Mobile sources of emissions
While the traditional image of air pollution is still associated with a large industrial stack belching black smoke,
the majority of urban air pollution comes from: transport, that is mobile emission sources.
Cars and their internal combustion engines, but also trains, ships and aircraft all burn considerable amounts of fuel
and do contribute significantly to air pollution both locally but also on a global scale.
Some of the complexities of addressing the transportation system include:
- Highly dynamic nature of these emissions: the sources move, even though along well defined paths;
- The transient nature: these movements usually exhibit well defined patterns in time
(the urban rush hour being an obvious example) with the resulting short-term maxima,
usually underestimated with any long-term average representation;
- A strong psychological element attached to individual freedom of movement (and private cars) that
makes any limitations for individual passenger cars usually rather controversial.
is usually the major contributor to urban air pollution with anything from 50 to 80% of total emissions.
In addition, emisison from traffic are near ground level, and this will
create much higher values of local ambient ground level pollution people are exposed
to as compared to elevated industrial stacks.
European (EMEP) emission factor (2009): depending on engine size, speed but also driving style,
emissions (in g/km) may range from as low as 0.01 g/km for a EURO_4 hybrid gasoline vehicle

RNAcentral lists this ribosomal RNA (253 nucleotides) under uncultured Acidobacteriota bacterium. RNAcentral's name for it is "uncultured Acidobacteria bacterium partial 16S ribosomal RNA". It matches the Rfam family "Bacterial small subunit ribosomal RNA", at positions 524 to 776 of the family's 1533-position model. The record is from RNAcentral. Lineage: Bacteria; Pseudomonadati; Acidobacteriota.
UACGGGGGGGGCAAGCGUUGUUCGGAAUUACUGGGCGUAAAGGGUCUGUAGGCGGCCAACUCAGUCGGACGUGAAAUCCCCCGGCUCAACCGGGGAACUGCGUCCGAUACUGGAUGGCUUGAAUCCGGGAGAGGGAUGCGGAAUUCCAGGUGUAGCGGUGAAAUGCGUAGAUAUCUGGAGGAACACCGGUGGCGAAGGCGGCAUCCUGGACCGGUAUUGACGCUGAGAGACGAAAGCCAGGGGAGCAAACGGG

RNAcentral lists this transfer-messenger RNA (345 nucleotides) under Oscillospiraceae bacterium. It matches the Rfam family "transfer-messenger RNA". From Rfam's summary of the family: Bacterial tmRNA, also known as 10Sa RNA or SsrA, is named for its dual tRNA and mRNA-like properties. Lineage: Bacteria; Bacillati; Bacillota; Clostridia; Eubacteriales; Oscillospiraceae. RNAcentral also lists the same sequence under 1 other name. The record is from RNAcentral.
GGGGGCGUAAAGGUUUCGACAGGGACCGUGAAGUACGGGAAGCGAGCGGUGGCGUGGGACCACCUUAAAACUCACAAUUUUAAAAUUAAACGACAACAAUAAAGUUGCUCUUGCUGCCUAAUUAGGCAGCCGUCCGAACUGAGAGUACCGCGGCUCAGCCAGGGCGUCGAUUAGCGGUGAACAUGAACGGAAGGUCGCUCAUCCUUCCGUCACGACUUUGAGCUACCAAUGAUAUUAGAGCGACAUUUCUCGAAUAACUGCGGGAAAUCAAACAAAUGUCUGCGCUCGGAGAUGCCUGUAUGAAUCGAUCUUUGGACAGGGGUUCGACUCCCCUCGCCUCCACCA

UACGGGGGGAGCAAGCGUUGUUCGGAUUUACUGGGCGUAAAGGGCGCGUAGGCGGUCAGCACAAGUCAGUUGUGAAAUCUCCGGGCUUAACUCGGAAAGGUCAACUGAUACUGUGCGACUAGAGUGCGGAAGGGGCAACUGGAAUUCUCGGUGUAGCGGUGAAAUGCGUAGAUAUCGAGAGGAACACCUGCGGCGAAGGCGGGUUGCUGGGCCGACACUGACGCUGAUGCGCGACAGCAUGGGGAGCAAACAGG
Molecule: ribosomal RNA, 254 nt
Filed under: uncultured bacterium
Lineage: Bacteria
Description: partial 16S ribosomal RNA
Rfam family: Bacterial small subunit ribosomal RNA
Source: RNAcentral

up to 12.8 g/km or, at average speed, 0.05 g/s for NOx for older, pre-ECE HDV.
The most common compact passenger car (EURO-4) would contribute between 0.09 and 0.02
g/km, depending on speed.
Diesel engines are the predominant form of power unit within the railways industry,
in particular for the long haul, over large distances where electrification would be costly.
With engine power up to 4,000 KW, typical fuel consumption for line haul locomotives
would be in the order of hundred to 250 kilo of fuel oil per hour,
translating into emission values of 1-4 g NOx/s.
Marine diesel engines are the predominant form of power unit within the marine
industry for both propulsion and auxiliary power generation. In 2010 an
analysis of about 100 000 vessels indicated marine diesels powered around 99 %
of the world<92>s fleet, with steam turbines powering less than 1 %. The only
other type of engine highlighted was gas turbines, used virtually only on
passenger vessels, and only used in around 0.1 % of vessels (Trozzi, 2010).
Diesel engines can be categorized into slow (around 18% of engines), medium
(around 55%), or fast (around 27%), depending on their rated speed.
Aviaton activities can be grouped into:
- Category 1 - Civil instrument flight rule (IFR) flights; this includes the majority of commercial air transport;
- Category 2 - Civil visual flight rule (VFR) flights, or general aviation; contains small aircraft used for leisure, agriculture, taxi flights, etc.
- Category 3 - Civil helicopters;
- Category 4 - Operational military flights.
Relevant EC Directives include:
- EC Directive 98/70/EC (on the quality of diesel fuels)
- EC Directive 1999/32/EC (reduction of sulphur content in liquid fuels)
- EC Directive 2003/44/EC (diesel, 2-stroke gasoline and 4-stroke gasoline engines)
- EC Directive 2005/33/EC (amending 1999/32/EC)
- EC Directive 2008/101/EC amending Directive 2003/87/EC incluingd
aviation in the scheme for greenhouse gas emission allowance trading
- COMMISSION REGULATION (EU) No 82/2010 on the list of aircraft operators
- Commission Decision 2009/450/EC on
aviation activities listed in the Annex I to Directive 2003/87/EC
- Commission Decision 2009/339/EC on monitoring and reporting
guidelines for emissions
PUFF: sensitivity analysis
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